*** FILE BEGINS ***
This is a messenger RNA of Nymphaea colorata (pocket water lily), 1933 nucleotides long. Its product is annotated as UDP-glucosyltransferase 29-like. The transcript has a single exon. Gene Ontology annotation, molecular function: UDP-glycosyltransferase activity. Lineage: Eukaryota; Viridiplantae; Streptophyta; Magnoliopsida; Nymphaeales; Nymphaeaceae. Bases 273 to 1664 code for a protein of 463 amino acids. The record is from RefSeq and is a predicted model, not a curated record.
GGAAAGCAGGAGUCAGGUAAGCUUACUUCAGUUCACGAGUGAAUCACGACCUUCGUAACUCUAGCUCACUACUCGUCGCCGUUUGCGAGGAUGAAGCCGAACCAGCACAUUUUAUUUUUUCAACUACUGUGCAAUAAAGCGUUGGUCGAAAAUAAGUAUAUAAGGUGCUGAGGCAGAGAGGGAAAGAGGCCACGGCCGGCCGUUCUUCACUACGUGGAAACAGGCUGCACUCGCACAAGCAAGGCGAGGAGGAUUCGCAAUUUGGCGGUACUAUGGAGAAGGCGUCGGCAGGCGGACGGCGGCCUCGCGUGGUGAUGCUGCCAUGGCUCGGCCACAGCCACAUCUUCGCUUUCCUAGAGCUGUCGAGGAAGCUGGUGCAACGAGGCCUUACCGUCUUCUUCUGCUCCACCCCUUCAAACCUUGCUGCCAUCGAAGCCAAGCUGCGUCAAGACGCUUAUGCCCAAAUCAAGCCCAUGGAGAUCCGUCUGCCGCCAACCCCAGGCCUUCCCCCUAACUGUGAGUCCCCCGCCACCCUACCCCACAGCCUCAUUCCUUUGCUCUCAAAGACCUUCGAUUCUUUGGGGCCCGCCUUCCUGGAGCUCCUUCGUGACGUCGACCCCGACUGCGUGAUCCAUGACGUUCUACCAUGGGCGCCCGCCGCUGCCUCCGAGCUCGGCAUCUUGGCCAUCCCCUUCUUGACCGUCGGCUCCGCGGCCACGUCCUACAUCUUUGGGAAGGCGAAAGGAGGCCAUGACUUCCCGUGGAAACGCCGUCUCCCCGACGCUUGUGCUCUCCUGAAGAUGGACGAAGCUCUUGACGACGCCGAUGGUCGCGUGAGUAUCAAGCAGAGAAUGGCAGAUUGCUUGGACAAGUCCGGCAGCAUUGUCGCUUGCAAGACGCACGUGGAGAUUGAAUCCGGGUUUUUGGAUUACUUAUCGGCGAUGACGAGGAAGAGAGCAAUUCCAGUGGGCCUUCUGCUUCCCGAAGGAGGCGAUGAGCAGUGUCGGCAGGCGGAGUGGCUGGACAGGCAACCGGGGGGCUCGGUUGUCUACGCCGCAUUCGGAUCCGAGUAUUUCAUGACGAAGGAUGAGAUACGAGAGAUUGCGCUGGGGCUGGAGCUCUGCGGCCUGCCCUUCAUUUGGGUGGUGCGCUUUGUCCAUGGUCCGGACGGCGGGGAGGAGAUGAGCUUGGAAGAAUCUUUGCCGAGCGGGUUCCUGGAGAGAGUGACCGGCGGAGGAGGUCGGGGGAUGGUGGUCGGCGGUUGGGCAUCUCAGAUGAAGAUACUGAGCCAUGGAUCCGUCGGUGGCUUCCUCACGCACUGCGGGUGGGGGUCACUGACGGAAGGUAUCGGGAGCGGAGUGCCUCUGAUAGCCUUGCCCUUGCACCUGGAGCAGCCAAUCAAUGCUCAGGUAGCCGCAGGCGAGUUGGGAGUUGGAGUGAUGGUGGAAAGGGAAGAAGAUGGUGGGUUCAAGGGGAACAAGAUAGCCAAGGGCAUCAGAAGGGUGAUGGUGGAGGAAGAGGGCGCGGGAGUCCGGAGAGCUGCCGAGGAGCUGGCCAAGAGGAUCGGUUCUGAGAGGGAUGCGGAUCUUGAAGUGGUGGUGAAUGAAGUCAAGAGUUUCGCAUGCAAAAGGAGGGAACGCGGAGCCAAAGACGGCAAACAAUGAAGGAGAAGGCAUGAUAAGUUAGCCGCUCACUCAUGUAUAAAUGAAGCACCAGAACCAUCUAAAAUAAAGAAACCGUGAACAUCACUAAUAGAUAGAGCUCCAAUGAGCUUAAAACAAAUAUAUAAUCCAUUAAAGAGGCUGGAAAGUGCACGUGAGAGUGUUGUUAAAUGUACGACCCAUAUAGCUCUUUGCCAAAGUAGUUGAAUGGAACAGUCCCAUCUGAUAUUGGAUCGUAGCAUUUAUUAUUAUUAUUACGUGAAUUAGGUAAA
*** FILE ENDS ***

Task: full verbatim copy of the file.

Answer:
This is a messenger RNA of Nymphaea colorata (pocket water lily), 1933 nucleotides long. Its product is annotated as UDP-glucosyltransferase 29-like. The transcript has a single exon. Gene Ontology annotation, molecular function: UDP-glycosyltransferase activity. Lineage: Eukaryota; Viridiplantae; Streptophyta; Magnoliopsida; Nymphaeales; Nymphaeaceae. Bases 273 to 1664 code for a protein of 463 amino acids. The record is from RefSeq and is a predicted model, not a curated record.
GGAAAGCAGGAGUCAGGUAAGCUUACUUCAGUUCACGAGUGAAUCACGACCUUCGUAACUCUAGCUCACUACUCGUCGCCGUUUGCGAGGAUGAAGCCGAACCAGCACAUUUUAUUUUUUCAACUACUGUGCAAUAAAGCGUUGGUCGAAAAUAAGUAUAUAAGGUGCUGAGGCAGAGAGGGAAAGAGGCCACGGCCGGCCGUUCUUCACUACGUGGAAACAGGCUGCACUCGCACAAGCAAGGCGAGGAGGAUUCGCAAUUUGGCGGUACUAUGGAGAAGGCGUCGGCAGGCGGACGGCGGCCUCGCGUGGUGAUGCUGCCAUGGCUCGGCCACAGCCACAUCUUCGCUUUCCUAGAGCUGUCGAGGAAGCUGGUGCAACGAGGCCUUACCGUCUUCUUCUGCUCCACCCCUUCAAACCUUGCUGCCAUCGAAGCCAAGCUGCGUCAAGACGCUUAUGCCCAAAUCAAGCCCAUGGAGAUCCGUCUGCCGCCAACCCCAGGCCUUCCCCCUAACUGUGAGUCCCCCGCCACCCUACCCCACAGCCUCAUUCCUUUGCUCUCAAAGACCUUCGAUUCUUUGGGGCCCGCCUUCCUGGAGCUCCUUCGUGACGUCGACCCCGACUGCGUGAUCCAUGACGUUCUACCAUGGGCGCCCGCCGCUGCCUCCGAGCUCGGCAUCUUGGCCAUCCCCUUCUUGACCGUCGGCUCCGCGGCCACGUCCUACAUCUUUGGGAAGGCGAAAGGAGGCCAUGACUUCCCGUGGAAACGCCGUCUCCCCGACGCUUGUGCUCUCCUGAAGAUGGACGAAGCUCUUGACGACGCCGAUGGUCGCGUGAGUAUCAAGCAGAGAAUGGCAGAUUGCUUGGACAAGUCCGGCAGCAUUGUCGCUUGCAAGACGCACGUGGAGAUUGAAUCCGGGUUUUUGGAUUACUUAUCGGCGAUGACGAGGAAGAGAGCAAUUCCAGUGGGCCUUCUGCUUCCCGAAGGAGGCGAUGAGCAGUGUCGGCAGGCGGAGUGGCUGGACAGGCAACCGGGGGGCUCGGUUGUCUACGCCGCAUUCGGAUCCGAGUAUUUCAUGACGAAGGAUGAGAUACGAGAGAUUGCGCUGGGGCUGGAGCUCUGCGGCCUGCCCUUCAUUUGGGUGGUGCGCUUUGUCCAUGGUCCGGACGGCGGGGAGGAGAUGAGCUUGGAAGAAUCUUUGCCGAGCGGGUUCCUGGAGAGAGUGACCGGCGGAGGAGGUCGGGGGAUGGUGGUCGGCGGUUGGGCAUCUCAGAUGAAGAUACUGAGCCAUGGAUCCGUCGGUGGCUUCCUCACGCACUGCGGGUGGGGGUCACUGACGGAAGGUAUCGGGAGCGGAGUGCCUCUGAUAGCCUUGCCCUUGCACCUGGAGCAGCCAAUCAAUGCUCAGGUAGCCGCAGGCGAGUUGGGAGUUGGAGUGAUGGUGGAAAGGGAAGAAGAUGGUGGGUUCAAGGGGAACAAGAUAGCCAAGGGCAUCAGAAGGGUGAUGGUGGAGGAAGAGGGCGCGGGAGUCCGGAGAGCUGCCGAGGAGCUGGCCAAGAGGAUCGGUUCUGAGAGGGAUGCGGAUCUUGAAGUGGUGGUGAAUGAAGUCAAGAGUUUCGCAUGCAAAAGGAGGGAACGCGGAGCCAAAGACGGCAAACAAUGAAGGAGAAGGCAUGAUAAGUUAGCCGCUCACUCAUGUAUAAAUGAAGCACCAGAACCAUCUAAAAUAAAGAAACCGUGAACAUCACUAAUAGAUAGAGCUCCAAUGAGCUUAAAACAAAUAUAUAAUCCAUUAAAGAGGCUGGAAAGUGCACGUGAGAGUGUUGUUAAAUGUACGACCCAUAUAGCUCUUUGCCAAAGUAGUUGAAUGGAACAGUCCCAUCUGAUAUUGGAUCGUAGCAUUUAUUAUUAUUAUUACGUGAAUUAGGUAAA